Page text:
Obering: Assails Cuts In KEI Authorization Measure
Substantial cuts that congressional authorization panels are making in authorizations for the Kinetic Energy Interceptor (KEI) will delay the anti-ballistic-missile program and limit U.S. choices for defensive systems, Lt. Gen. Henry “Trey” Obering, director of the Missile Defense Agency (MDA) said.
On the KEI systems by Northrop and Raytheon Co., a projectile moving at enormous speed crashes into an incoming enemy ballistic missile, obliterating it.
The Senate Armed Services Committee (SASC) cut about half the KEI authorization, to $206 million from $406 million. Meanwhile, the House Armed Services Committee (HASC) cut $100 million from the KEI program.
Obering told lawmakers on the Senate Appropriations Committee defense subcommittee, and reporters who spoke with him later, that the SASC and HASC cuts would slow the KEI program, and mean the United States would have fewer options as to platforms to counter incoming enemy missiles.
He drew a sympathetic reaction from two key lawmakers on the SAC: Sen. Thad Cochran (R-Miss.), the chairman, and Sen. Ted Stevens (R-Alaska) chairman of the SAC defense subcommittee.
Obering later told defense reporters that the SASC move to cut the KEI program authorization would have a significant, damaging effect.
He indicated he wishes to see those cuts reversed in an eventual House-Senate conference committee meeting on an authorization bill for the fiscal year ending Sept. 30, 2007.
The KEI program needs the full $386 million that President Bush requested for KEI, according to Lt. Gen. Larry Dodgen, commanding general of the Army Space and Missile Defense Command and of the Army Forces Strategic Command.
“The program would need all of that” to remain viable, Dodgen indicated.
The missile defense leaders received a generally warm welcome by lawmakers, contrasting with contentious hearings in some prior years where lawmakers demanded to know why ballistic-million defense systems failed, especially in the land-based system.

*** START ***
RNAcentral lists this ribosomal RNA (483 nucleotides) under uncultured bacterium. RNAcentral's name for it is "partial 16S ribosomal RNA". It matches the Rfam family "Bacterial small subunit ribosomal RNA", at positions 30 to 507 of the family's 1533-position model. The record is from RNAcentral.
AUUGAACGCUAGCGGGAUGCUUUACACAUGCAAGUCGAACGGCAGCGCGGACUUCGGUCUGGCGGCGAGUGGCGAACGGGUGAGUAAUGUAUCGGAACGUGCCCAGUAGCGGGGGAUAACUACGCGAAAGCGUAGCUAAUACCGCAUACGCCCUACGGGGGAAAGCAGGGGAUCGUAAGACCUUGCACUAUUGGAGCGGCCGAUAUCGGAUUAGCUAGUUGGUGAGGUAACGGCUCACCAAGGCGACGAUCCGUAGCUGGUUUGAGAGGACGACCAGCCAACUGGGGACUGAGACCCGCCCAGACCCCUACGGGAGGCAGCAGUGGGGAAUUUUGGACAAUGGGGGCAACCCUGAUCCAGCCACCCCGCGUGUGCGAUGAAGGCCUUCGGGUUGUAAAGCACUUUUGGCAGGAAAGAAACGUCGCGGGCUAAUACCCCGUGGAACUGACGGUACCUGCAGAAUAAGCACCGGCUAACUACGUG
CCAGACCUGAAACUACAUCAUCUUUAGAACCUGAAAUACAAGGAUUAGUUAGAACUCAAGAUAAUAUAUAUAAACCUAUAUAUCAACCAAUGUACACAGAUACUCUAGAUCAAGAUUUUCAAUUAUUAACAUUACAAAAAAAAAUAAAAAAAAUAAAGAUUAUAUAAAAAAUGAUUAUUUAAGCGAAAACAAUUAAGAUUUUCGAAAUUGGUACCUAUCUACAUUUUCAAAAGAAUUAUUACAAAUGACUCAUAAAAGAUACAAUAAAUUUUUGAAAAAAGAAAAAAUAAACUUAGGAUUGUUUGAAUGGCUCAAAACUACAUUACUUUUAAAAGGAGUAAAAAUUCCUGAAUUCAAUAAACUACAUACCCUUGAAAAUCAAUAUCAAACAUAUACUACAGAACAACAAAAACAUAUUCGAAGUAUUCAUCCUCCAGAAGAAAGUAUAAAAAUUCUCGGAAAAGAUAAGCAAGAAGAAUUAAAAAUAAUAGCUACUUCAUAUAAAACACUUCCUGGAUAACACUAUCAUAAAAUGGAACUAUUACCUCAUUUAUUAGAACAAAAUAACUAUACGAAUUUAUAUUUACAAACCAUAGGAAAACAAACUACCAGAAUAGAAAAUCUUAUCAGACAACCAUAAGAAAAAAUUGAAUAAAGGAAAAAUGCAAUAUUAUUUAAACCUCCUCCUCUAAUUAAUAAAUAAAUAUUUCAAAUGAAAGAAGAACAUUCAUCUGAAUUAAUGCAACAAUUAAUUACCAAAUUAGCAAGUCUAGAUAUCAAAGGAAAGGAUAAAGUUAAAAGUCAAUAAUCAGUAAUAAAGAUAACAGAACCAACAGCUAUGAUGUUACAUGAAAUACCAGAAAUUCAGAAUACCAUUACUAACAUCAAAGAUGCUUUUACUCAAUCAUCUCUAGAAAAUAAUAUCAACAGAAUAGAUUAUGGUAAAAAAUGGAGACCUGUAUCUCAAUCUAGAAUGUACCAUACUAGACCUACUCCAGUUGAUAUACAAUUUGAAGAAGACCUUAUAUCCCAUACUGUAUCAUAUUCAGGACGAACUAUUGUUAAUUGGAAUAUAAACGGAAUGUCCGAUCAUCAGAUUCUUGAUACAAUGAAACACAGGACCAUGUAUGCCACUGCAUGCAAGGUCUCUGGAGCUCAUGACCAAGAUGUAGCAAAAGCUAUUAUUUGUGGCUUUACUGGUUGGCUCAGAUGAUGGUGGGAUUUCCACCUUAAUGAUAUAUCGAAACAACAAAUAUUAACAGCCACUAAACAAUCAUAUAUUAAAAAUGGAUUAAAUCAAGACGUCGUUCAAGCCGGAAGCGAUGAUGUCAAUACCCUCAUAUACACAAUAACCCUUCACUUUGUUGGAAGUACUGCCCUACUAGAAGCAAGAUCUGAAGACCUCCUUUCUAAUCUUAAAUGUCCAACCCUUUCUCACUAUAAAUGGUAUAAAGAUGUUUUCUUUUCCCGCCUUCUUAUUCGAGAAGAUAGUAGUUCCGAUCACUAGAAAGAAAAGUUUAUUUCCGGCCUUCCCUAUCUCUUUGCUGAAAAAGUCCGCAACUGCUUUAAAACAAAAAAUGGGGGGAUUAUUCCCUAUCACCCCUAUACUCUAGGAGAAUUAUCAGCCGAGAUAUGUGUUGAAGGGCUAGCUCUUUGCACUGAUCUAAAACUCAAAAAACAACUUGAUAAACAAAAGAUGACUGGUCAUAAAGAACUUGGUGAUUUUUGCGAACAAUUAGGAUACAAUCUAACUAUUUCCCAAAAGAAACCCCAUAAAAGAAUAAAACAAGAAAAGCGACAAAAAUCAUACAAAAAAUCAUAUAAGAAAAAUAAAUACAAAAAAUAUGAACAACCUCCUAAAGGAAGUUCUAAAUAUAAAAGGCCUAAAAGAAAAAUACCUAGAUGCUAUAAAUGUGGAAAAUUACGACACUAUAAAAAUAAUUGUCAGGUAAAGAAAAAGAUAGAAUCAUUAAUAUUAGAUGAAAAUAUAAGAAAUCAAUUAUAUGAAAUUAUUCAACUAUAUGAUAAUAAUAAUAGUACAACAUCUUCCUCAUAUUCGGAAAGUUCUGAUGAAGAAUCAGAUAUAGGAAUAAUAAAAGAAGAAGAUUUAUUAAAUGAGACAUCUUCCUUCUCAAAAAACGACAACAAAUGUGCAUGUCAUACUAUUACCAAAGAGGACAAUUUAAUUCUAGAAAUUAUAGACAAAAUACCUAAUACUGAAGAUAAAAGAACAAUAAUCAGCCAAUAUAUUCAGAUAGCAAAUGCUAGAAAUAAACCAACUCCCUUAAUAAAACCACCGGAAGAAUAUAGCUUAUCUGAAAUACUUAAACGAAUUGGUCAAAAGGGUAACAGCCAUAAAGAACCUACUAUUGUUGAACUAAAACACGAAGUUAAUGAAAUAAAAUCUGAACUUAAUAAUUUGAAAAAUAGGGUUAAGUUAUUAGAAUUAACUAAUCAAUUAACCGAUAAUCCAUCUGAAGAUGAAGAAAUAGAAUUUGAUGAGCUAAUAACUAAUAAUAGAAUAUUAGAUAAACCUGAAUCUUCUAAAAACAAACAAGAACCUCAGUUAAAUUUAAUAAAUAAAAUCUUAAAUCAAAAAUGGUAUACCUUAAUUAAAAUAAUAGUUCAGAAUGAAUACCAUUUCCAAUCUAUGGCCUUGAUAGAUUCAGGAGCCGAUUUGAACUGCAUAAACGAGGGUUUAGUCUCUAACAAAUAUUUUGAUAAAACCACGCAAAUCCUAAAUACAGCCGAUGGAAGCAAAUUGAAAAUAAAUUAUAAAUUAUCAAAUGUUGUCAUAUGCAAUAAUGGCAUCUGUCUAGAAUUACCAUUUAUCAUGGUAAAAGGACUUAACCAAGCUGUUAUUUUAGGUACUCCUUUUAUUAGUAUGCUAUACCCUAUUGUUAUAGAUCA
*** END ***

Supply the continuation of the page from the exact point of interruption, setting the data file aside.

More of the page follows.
Now, Cochran lauded what he sees as a “strong, workable missile defense system.”
True, it is a complex system, Cochran conceded.
And while he said that lawmakers must guard tax dollars and curb spending, he wishes to see the KEI and Airborne Laser (ABL) systems complete. ABL involves a steer-able high- powered laser mounted on a Boeing 747 with a customized nose.
That laser can fire at an enemy missile as it rises from a silo or launch pad, frying systems in the weapon.
Keeping anti-ballistic-missile programs fully alive would mean that the nation would have a choice of potential missile shield programs from which to choose when decisions points are reached in 2008, Obering said.
“It would be premature to cut either one of those programs before those decision points” are reached, he said. Cutting programs now could come at “the expense of future capabilities,” he said, and in the bargain the cutting “prematurely restricts our options in the boost phase” kill programs, he said. Those cuts might set programs back for more than a year, he indicated.
Stevens also was upbeat about MDA.
“I’m personally pleased with everything I’ve heard about this” ballistic missile shield effort, said Stevens, who has ground-based defense programs in his state.
He said the controversial decision to deploy elements of missile defense systems before they are mature, adding technology as it is perfected, “has proven to be a wise decision.”
He added that he is particularly pleased with the openness, or “transparency,” of MDA programs.
On a separate point, Obering said that using radar tracking data from ground-based systems might mean the U.S. ballistic missile defense forces would require fewer advanced radar ships,
“If we can integrate land-based radar [command and control] with sea-based interceptors,” U.S. missiles that kill enemy missiles, “you cut down on the number of ships that you need to provide protection for a given defined defended area drastically,” Obering told the lawmakers.
Ships such as the future CG(X) cruiser with its anti-ballistic missile capability would be expensive, costing billions of dollars. They might be made by General Dynamics Corp. unit Bath Iron Works shipbuilding and/or by Northrop Grumman Corp. unit Ship Systems.
Some lawmakers have objected strongly to the cost of a sister ship, the future DD(X) destroyer (or DDG 1000), which the Navy estimates at $3 billion for the first ships, and $2.2 billion to $2.6 billion for later copies.